His is not an unpopular sentiment. There is a sizeable segment of America that devotes a good bit of its time to the subject of wrongs committed by America. Slavery is high on their list. As are Indians. Homosexuals. Gitmo terrorists.
The United States Senate even ground to a halt the other day so that a number of members of that august body could express their regret and offer their apologies on behalf of unnamed, nameless individuals for there not having been more done to stop the thousands of instances of mob lynching of black Americans that took place between the 1880's and the 1960's. The number of lynchings is pegged at 4,742. It is unclear if this apology covers all of them or if there are to be 4,741 more apologies forthcoming. I'll bet on the latter.
My reaction to their effort? I really had none. It was an empty gesture that occupied the time of legislators who would otherwise be devoting their time to raising my taxes and restricting my freedoms even again. It was a harmless effort that seemed to be appreciated by those who dwell on such things. It fell right in line with Bill Clinton's having taken a moment out of his busy schedule - both presidential and extramarital - to apologize for slavery (at the very same moment that he made the executive decision not to get involved in the ongoing slaughter of 3/4 of a million people in Rwanda).
Yes, talk is cheap.
But action in this case involving Native-Americans is going to be very, very expensive.
HAMPTONS WARPATHThe Hamptons crowd, as you're probably aware, is the most liberal group of affluent people in America. They are the bunch that find great joy in lining up to apologize to people they don't know for the actions of people they don't know involving transgressions they had nothing to do with and know nothing about.
By KIERAN CROWLEY and MARSHA KRANES, New York Times
The Southampton-based Shinnecock Indians yesterday fired the first arrow in their battle to reclaim ancestral lands - filing a federal lawsuit seeking the return of 3,600 acres of prime real estate "stolen" by the state a century and a half ago.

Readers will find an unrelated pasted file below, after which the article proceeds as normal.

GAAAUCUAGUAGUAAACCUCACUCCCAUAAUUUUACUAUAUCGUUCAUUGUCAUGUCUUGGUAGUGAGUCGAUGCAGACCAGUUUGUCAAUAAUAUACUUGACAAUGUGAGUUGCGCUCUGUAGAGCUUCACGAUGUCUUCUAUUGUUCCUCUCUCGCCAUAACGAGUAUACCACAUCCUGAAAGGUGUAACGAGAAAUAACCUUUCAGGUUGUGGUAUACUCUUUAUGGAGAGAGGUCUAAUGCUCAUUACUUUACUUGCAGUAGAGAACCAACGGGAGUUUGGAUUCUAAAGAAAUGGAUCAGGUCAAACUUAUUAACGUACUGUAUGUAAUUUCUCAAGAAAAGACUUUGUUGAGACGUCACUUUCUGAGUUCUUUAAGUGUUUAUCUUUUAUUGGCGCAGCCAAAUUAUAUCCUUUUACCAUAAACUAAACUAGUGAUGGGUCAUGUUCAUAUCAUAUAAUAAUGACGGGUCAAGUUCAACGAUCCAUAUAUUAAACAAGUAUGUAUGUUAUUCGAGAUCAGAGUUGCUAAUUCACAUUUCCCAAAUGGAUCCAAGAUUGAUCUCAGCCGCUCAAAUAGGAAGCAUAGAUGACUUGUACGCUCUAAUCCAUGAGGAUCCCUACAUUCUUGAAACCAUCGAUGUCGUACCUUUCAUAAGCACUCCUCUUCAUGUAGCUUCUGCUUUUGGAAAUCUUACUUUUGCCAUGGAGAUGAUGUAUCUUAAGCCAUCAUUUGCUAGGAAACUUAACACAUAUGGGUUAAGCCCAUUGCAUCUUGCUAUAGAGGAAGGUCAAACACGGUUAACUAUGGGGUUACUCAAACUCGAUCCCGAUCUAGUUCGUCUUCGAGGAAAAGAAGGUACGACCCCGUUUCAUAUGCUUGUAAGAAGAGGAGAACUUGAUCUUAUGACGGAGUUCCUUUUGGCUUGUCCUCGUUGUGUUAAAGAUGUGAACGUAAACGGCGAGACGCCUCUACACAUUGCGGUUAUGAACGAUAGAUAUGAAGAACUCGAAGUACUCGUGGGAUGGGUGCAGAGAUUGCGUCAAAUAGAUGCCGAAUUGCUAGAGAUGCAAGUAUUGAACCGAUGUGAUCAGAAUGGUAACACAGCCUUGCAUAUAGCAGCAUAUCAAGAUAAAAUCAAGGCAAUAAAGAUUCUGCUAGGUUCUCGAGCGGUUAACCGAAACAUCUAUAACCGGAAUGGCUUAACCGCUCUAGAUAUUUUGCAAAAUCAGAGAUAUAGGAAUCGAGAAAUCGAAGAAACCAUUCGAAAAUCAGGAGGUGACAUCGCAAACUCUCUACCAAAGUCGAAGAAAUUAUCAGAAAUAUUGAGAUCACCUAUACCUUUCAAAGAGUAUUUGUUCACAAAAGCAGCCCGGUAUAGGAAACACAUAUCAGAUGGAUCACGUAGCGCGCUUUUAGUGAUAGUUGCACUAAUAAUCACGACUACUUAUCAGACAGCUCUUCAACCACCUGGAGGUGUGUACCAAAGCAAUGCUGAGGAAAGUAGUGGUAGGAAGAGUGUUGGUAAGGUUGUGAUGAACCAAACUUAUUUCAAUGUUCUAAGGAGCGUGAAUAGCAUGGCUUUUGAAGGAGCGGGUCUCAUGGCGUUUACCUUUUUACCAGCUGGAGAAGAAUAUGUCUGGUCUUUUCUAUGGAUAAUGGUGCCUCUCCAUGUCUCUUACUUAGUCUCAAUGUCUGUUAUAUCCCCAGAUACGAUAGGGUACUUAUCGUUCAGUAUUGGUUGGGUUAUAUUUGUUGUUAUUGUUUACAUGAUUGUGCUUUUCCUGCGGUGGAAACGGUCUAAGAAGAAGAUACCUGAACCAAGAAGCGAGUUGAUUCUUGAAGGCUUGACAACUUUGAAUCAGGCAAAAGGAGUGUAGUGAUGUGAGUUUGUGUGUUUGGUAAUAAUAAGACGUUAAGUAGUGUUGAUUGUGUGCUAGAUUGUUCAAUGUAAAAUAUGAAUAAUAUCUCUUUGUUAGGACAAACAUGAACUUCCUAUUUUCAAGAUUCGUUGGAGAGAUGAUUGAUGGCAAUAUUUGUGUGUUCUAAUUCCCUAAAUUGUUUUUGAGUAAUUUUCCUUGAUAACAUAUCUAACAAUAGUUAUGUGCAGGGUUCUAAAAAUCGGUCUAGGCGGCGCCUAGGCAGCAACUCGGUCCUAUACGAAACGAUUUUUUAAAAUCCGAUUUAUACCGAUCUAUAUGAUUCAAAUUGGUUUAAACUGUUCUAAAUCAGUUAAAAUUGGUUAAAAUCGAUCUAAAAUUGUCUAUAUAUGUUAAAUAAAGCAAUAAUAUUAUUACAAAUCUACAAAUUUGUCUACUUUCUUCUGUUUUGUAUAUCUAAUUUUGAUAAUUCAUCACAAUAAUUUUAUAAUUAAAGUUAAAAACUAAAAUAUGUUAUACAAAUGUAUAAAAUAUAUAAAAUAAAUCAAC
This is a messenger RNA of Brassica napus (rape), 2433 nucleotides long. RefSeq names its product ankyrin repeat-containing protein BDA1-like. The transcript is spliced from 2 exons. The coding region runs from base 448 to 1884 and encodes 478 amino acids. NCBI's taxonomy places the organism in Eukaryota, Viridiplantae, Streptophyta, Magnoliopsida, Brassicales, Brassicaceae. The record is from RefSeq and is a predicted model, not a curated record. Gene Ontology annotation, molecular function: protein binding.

The 1,300-member tribe also is asking for monetary damages - conservatively estimated at $1.7 billion - and 150 years of back rent and interest in what it called "the largest Indian land claim ever filed."
The tribe wants title to all non-residential property within a 3,600-acre area of Southampton Town - land it claims it was cheated out of in 1859.
The land targeted in the suit includes the world-renowned Shinnecock Hills Golf Club, Southampton College's sprawling campus and the elite bayfront National Golf Links of America.
Yesterday's suit contends that in 1703 Southampton leased the tribe several thousand acres of land in exchange for $25.
It claims the lease was broken in 1859 when a group of investors, claiming to have a petition signed by 21 Shinnecocks, got the state Legislature to approve the exchange of the tribe's land for an 800-acre tract. (link)
But it appears that it is going to take more than apologies to solve this problem.
Once the beautiful people lose this fight, expect a mass migration - a wagon train, with oxen in tow and babies suckling at mamas' breasts, is how I'm picturing it on the evening news - when everyone in Southampton is forced out of their luxury estates and into the land of Pharaoh*. Another apology in the making.
Let's see if they're going to put their $1.7 billion where their mouths are.
I'm taking bets.
* A truly ugly mixed metaphor. Sorry.